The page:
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Title: Determination of predator ultrasound parameters and acoustic startle response in the African female Anopheles gambiae s.s.
Authors: Mang’are, Philip Amuyunzu
Keywords: Predator ultrasound parameters -- Acoustic startle response
Issue Date: Jun-2012
Publisher: Egerton University
Abstract: The female Anopheles gambiae, a malaria vector, detects ultrasound by its antenna, which can initiate an attractive or repulsive response. Modern electronic mosquito repellent devices exploit this concept in attempt to control malaria. However, they have shown only 20 % effectiveness in repellency. This work determines the transmission parameters of Amolops tormotus, Coleura afra sounds and their combination and hence their startling effects on female Anopheles gambiae. The sound of C. afra and A. tormotus, which have not been investigated, were recorded with the 112 Avisoft and 702 digital recorders respectively, from Kit-Mikayi caves in Kenya and Huangshan Hot Springs in China, respectively. A bioassay was set up with 3-4 day old female A. gambiae exposed to the three sounds at varied frequencies and the number of activities and behavioural responses noted. The fundamental frequency of the sound of A. tormotus, C. afra and` their combination was 5.371 kHz, 6.836 kHz and 4.883 kHz, respectively. The spectrograms of the sound of A. tormotus, C. afra and` their combination showed FM and CF components. The frequency range for significant startle of mosquitoes was 35-60 kHz for individual predator sounds whereas 10-34 kHz for the combined sound. Similarly, the amplified mean peak amplitude for the sound of A. tormotus, C. afra and` their combination was 134.08 dB SPL, 134.28 dB SPL and 133.60 dB SPL, respectively. The mean bandwidth of the combined sound was 16.4 kHz, narrowed by 3.4 kHz and 3.0 kHz from that of the sound of C. afra and A. tormotus respectively. The mean bandwidth of the combined sound was significantly narrowed from 77.24 kHz, the reported mean bandwidth of EMR sound. The sound of A. tormotus and C. afra recorded a mean peak frequency of 47.60 kHz and 45.9 kHz respectively with the combined sound recording 29.4 kHz in the optimum frequency range. The maximum acoustic energy in the optimum frequency range for the sound of A. tormotus, C. afra and` their combination were 10.84 Pa2s, 12.32 Pa2s and 6.08 Pa2s, respectively. The combined predator sound and sound of A. tormotus evoked evasive behavioural responses in 30 % and 46 % of the mosquitoes, higher than the reported 20 % effective repulsion by EMR sound. The evasive response was characterized by 58.5o antenna erection, physical injury, unusual rest and movement, fatigue and falls; attributed to stress on nervous system and fear of predation. This work established that ultrasound affects the female A. gambiae by repelling it in addition to determining the optimum acoustic transmission parameters needed for the design of an effective electronic mosquito repellent. Further investigation into the repellency of sonar sound of C. afra and the effective repulsive frequency band of the combined sounds is recommended.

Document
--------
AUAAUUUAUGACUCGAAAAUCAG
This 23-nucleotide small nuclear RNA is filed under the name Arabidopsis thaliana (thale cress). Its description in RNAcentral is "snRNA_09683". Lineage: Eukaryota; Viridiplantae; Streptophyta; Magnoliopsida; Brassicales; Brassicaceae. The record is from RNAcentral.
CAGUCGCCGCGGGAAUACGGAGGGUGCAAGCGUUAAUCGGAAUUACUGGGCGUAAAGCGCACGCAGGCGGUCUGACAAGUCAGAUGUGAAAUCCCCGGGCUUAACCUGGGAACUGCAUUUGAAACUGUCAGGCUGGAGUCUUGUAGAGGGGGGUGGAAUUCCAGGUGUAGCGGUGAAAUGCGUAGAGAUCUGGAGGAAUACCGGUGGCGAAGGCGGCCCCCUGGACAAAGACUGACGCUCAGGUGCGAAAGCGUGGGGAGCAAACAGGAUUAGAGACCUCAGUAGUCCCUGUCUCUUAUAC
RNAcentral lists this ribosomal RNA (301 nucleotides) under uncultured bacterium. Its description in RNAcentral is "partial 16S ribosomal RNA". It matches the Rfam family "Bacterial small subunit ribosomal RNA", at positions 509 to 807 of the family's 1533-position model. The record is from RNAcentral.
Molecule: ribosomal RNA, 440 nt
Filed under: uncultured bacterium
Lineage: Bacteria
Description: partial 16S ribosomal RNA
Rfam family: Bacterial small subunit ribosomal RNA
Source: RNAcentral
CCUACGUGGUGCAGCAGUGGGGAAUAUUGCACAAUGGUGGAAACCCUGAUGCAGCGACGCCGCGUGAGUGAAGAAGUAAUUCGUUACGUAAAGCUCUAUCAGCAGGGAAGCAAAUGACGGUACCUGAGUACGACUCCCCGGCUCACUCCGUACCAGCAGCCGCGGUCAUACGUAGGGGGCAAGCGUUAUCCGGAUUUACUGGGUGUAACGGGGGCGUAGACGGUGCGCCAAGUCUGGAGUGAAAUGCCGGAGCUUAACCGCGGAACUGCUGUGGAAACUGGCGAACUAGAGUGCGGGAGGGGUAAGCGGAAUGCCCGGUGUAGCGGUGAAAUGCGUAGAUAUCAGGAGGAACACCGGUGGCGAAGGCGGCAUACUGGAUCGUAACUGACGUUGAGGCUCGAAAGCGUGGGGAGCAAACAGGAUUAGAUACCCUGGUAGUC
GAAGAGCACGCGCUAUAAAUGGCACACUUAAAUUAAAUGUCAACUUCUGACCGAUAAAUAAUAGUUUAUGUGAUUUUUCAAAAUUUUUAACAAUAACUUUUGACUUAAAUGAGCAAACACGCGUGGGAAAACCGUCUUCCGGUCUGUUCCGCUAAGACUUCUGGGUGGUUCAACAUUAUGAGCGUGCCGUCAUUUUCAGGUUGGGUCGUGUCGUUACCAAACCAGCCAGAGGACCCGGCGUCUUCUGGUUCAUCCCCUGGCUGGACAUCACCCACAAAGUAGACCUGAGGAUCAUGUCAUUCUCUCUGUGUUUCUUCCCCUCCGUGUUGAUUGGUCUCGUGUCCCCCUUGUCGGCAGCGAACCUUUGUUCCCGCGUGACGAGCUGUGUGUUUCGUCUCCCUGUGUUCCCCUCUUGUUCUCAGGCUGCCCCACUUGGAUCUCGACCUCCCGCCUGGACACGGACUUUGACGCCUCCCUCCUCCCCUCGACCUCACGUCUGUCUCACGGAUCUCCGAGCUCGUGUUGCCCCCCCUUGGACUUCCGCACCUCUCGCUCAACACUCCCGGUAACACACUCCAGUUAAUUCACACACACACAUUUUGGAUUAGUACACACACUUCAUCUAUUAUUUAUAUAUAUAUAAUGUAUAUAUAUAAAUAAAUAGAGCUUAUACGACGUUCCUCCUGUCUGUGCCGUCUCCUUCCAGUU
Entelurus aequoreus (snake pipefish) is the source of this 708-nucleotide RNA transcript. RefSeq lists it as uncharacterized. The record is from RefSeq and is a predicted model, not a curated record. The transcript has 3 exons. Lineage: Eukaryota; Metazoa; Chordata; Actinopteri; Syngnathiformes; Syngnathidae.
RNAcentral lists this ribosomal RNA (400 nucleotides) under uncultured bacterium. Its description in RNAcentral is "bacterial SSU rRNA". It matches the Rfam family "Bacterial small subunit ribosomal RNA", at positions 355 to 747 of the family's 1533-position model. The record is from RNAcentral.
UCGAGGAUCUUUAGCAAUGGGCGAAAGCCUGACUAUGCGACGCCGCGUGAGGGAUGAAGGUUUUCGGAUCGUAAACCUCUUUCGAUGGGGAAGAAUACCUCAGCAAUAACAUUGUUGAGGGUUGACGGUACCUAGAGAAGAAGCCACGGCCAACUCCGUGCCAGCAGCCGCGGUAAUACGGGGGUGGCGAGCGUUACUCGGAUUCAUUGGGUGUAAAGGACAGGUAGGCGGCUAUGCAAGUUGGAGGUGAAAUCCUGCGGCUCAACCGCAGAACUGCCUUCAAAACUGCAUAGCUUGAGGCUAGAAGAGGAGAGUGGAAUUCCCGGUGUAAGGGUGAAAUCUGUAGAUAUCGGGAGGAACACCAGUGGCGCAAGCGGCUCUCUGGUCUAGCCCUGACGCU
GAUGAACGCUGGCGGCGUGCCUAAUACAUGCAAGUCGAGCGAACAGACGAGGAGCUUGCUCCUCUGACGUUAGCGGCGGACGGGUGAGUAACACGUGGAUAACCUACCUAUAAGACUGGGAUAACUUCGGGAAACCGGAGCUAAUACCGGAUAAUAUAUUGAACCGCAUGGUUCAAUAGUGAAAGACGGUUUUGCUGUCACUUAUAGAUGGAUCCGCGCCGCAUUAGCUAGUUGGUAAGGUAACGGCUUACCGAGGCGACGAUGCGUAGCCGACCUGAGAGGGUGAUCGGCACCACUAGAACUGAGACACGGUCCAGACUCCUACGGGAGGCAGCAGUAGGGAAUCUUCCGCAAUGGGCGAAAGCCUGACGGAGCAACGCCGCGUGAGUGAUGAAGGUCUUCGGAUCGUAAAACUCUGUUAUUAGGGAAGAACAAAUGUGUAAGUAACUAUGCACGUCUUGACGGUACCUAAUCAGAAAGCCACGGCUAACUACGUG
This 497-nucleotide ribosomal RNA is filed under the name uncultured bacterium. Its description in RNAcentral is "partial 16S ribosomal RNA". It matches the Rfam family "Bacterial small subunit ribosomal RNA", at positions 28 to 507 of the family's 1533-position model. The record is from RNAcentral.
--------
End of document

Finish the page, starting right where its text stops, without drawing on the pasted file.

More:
Appears in Collections:Faculty of Science

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